The Bangladesh-China-India-Myanmar Corridor (BCIM) has seen tremendous progress under the Belt and Road initiative (BRI). The construction of the BCIM corridor has been hampered by misunderstandings and misinterpretations from the Indian side claims Chinese state-run media – Global Times.
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The Bangladesh, China, India and Myanmar Economic Corridor or BCIM corridor was conceptualised for vital gains through sub-regional economic cooperation within the BCIM. The multi-modal corridor will be the first expressway between India and China and will pass through Myanmar and Bangladesh
The proposed BCIM corridor will cover 1.65 million square kilometres, encompassing an estimated 440 million people in China’s Yunnan province, Bangladesh, Myanmar, and West Bengal through the combination of road, rail, water and air linkages in the region.
Differences Over BCIM Corridor
The bilateral differences between India an China can’t be addressed instantly because Delhi’s misinterpretations of the BCIM Corridor haven’t been completely eradicated. When it comes to advancing the BCIM and BRI, it is of strategic significance to fully understand and effectively address perception problems between China and India.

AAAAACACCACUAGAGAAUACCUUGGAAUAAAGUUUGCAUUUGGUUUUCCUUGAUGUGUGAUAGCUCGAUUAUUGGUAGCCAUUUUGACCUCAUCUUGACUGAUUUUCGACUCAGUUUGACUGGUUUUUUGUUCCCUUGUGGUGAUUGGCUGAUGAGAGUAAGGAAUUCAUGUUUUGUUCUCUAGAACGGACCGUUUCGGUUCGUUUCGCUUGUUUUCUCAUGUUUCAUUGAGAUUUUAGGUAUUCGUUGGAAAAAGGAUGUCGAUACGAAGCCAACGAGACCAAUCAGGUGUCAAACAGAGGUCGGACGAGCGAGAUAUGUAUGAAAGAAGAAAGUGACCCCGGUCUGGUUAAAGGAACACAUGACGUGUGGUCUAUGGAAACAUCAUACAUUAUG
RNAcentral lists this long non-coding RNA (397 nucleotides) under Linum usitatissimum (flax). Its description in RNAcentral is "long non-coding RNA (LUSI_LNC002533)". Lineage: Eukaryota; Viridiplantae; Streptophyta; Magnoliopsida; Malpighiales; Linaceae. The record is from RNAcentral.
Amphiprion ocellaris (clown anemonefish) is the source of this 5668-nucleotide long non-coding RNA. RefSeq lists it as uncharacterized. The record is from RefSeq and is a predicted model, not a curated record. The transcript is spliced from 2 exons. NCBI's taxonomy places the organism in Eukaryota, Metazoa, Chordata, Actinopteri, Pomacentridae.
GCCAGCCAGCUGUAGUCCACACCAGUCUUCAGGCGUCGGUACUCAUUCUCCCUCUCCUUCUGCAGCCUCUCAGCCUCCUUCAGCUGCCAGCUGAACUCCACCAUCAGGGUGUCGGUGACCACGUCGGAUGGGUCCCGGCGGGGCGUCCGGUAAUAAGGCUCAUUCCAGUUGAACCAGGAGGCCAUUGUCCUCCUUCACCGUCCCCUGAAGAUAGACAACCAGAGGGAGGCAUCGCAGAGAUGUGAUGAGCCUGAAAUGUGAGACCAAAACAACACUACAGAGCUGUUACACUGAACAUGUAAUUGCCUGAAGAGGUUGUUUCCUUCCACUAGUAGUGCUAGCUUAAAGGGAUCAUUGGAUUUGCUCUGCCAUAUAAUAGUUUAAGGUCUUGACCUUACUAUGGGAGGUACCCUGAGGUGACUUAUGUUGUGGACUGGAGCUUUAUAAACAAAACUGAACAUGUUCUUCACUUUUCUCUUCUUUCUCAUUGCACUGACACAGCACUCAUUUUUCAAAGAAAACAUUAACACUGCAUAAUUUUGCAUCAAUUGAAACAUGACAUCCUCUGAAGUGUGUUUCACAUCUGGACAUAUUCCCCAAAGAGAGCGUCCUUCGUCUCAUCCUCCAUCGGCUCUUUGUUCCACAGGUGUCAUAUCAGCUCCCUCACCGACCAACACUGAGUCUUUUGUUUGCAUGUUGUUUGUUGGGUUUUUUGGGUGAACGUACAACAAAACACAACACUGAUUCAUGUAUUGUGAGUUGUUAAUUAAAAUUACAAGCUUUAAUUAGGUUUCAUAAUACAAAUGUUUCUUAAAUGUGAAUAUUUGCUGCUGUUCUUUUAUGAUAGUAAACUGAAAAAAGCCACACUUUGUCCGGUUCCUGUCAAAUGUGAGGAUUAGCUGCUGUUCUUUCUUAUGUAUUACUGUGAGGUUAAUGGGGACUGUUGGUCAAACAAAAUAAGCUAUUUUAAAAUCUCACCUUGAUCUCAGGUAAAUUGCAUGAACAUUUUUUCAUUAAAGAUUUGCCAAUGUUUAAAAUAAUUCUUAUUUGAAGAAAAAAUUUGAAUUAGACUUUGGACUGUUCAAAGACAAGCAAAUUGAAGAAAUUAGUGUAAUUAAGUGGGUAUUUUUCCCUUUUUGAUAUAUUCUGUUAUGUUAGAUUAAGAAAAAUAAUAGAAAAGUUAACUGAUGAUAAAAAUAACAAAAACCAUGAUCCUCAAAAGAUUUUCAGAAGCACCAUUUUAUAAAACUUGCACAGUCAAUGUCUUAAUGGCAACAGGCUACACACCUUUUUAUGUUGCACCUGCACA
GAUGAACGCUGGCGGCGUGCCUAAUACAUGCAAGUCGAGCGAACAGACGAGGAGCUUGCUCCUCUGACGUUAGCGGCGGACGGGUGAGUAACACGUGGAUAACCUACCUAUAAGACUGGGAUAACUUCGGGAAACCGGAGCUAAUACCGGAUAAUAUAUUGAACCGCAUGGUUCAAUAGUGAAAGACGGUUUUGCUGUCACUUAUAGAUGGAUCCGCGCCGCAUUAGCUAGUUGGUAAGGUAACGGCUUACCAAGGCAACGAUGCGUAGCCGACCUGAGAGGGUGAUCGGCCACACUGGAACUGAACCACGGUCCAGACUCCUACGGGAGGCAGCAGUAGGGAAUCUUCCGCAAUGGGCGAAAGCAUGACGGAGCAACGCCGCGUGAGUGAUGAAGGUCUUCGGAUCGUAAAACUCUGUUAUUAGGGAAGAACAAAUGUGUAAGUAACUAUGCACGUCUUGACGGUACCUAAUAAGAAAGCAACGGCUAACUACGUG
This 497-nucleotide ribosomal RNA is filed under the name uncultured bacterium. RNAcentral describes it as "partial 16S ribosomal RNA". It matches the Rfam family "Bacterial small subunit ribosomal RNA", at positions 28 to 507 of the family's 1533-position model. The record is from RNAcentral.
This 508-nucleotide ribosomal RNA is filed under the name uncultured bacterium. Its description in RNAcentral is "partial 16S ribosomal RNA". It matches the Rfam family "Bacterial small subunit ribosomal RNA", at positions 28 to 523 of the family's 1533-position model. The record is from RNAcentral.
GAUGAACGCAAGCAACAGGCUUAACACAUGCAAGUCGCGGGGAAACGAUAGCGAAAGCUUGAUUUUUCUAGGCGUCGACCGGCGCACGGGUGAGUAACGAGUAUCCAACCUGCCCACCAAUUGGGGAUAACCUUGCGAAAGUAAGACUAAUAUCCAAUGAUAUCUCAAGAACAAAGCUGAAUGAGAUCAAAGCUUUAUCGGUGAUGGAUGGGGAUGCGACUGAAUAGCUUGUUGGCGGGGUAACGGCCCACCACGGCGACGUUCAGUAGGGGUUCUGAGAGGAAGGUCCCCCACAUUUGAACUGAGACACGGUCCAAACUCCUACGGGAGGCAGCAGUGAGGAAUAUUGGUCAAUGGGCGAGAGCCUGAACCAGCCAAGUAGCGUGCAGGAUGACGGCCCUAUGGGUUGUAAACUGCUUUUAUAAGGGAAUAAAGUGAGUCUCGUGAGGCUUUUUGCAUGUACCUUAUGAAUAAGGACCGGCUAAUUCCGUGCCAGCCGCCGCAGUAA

The basic driving force of such corridors as the BCIM comes from the flow of economic factors, and the cost of these flows is the core issue of economic development. Due to this, all participants involved in the BCIM Corridor project have made strenuous efforts and achieved great results in trade and financing connectivity states Global Times.
Bilateral trade between China and India increased from less than $3 billion in 2000 to $84.44 billion in 2017, and China has been India’s largest trading partner for years. China has also become the largest trading partner, the largest export market and the largest source of imports for Myanmar, with smooth progress seen in major Chinese investment projects in the country.
As to Bangladesh, when Chinese leaders visited the country in 2016, the two sides signed 27 cooperation agreements and memoranda of understanding, covering areas such as trade and investment, the marine economy, road and bridge construction, power and energy, maritime cooperation, and communication technology. Yet the development of the BCIM Corridor project faces bottlenecks and difficulties, sighs the Global Times.